Classic soul and classic Christmas converge at the Westcoast Black Theatre Troupe.
| 6:00 a.m. December 28, 2015
Arts + Culture
Nate Jacobs was looking for something special. It was summer 2014, and he was looking ahead to the winter artistic season. His theater company, the Westcoast Black Theatre Troupe, would be celebrating its 15th anniversary season that year. And when it came time to schedule a holiday-themed offering, Jacobs unfurled a production of “Black Nativity,” a gospel-flavored rendition of the Nativity story. Knowing that Christmastime theater quickly becomes community tradition, Jacobs wanted to offer another Christmas production to give in tandem with “Black Nativity” every other year — something more secular and completely different in style. So Jacobs dived into the music that had given WBTT its theatrical reputation: the Motown sound.
“A Motown Christmas,” which finishes its sold-out run Dec. 31 with a show and New Year’s Eve party, is Jacobs’ newest Christmas card to the community.
Written, directed by and starring Jacobs, the show is a celebratory revue that transports audiences to the heyday of Berry Gordy’s Motown Records with performances of songs by legendary artists, such as Smokey Robinson, Stevie Wonder, The Supremes, The Four Tops, The Jackson 5, The Temptations and Marvin Gaye. But the real standing ovation is Jacobs and his cast’s ability to take the hall of fame of R&B and have that sound melt effortlessly into the tinsel tones of traditional holiday favorites.
“I worked really hard to make this production as different from ‘Black Nativity’ as possible,” says Jacobs. “With these kinds of shows, I start a year in advance in pulling out the music. There was a lot of traditional gospel and carols that I stayed away from for this show.”
Starting with the whole company performing Donny Hathaway’s Christmas standard “This Christmas,” the first act is then dominated by an 11-song set list of Motown standards to immerse the audience into the flavor and history of the record studio’s influential artists. But after that introduction, Jacobs and his cast start blending the Motown sound with the spirit of the season with renditions of Motown original Christmas songs, modern Yuletide standards, and even two songs written by Jacobs himself. The result is a show that plumbs the depths of what counts as the season’s musical spirit.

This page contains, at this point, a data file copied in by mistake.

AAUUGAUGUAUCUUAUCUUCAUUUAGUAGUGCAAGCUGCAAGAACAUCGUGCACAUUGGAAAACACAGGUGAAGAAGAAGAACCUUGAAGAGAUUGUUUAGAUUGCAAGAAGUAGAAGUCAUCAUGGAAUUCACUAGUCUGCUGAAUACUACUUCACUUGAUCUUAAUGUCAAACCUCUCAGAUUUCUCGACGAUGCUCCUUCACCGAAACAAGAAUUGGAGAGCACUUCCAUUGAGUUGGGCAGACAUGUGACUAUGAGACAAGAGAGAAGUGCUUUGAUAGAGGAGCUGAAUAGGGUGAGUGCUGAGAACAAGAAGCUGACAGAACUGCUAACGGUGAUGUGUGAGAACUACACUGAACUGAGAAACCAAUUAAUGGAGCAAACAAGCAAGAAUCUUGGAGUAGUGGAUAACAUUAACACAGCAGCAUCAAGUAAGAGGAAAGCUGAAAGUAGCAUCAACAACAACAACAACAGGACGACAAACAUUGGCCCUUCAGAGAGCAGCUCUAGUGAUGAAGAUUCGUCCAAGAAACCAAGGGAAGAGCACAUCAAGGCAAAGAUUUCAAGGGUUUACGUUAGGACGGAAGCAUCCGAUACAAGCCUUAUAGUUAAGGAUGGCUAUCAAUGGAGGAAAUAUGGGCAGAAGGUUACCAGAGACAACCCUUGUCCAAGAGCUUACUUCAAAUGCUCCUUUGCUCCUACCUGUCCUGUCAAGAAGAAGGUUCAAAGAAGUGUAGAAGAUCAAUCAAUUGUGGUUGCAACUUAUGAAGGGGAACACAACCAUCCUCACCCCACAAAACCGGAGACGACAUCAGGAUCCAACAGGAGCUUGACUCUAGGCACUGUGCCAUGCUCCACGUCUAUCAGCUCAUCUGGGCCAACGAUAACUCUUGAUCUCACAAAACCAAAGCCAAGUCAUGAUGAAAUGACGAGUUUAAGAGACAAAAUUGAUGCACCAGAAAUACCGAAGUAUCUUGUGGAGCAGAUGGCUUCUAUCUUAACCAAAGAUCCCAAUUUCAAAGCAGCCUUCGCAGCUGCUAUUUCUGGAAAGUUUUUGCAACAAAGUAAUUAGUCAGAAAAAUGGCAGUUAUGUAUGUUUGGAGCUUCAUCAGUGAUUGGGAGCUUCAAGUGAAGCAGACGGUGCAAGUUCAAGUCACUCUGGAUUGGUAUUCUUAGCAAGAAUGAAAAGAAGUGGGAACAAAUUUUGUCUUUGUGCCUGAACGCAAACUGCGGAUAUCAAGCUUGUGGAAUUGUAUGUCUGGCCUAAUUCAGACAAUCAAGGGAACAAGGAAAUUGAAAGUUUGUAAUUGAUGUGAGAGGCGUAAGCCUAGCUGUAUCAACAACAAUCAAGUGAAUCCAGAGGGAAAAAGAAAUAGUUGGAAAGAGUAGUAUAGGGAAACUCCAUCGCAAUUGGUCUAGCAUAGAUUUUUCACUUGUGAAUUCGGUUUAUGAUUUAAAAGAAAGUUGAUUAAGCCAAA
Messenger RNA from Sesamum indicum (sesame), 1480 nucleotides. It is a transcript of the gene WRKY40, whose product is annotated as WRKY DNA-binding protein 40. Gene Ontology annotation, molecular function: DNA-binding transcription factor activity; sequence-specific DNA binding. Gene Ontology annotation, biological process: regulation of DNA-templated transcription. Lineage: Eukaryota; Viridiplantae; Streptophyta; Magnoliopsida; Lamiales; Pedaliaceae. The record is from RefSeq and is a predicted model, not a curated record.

“Mr. Jacobs has a very different process from most directors,” says Leon S. Pitts II, actor in “A Motown Christmas” and a founding WBTT member. “I was expecting the traditional Christmas songs, but we got great material that sings to people’s hearts. He’s going to push it and work that scene and that song until it matches the spirit of the show he has in mind.”
Jacobs says that spirit is to capture both the joy and melancholy of the season. He told his nine-member ensemble that the holiday season is one of the most emotional months of the year. For some, it reminds them of home and happiness, but for others in the audience, the show could be a more somber reminder.
“This show is less of a story and more of a journey,” says MaRah Williams, first-time WBTT performer. “I think how the songs are grouped makes it a seamless journey. And with each note we hit, we want people to feel something.”
The cast has been honing that emotional connection since rehearsals began, Oct. 27. It wasn’t even Halloween, and Jacobs and WBTT were already obsessed with Christmas. During the course of sold-out shows since opening Dec. 2, Jacobs and his ensemble have noticed the impact all those songs, soul, live music and stage slides have had on the audience.
“They say that the eyes are the windows to the soul,” says Pitts. “I’ve been performing here for years, and you can see when what you’re doing onstage is touching the people. It’s not about any of the performers when we step into the theater. You have a responsibility to the audience to understand what they’re going through.”
Jacobs says that like Motown visionary Berry Gordy, the real goal is to rise above the material and stay with audiences long after the show is over.
“We speak to a diverse audience here in Sarasota, just like Motown did,” he says. “When I put together an original show, I want it to be accepted and embraced by all cultures. Whether they’re Christian or not, everyone who comes to this show can sit down in one of those seats and feel like we thought about them. They walk out with their soul and spirit rejuvenated.”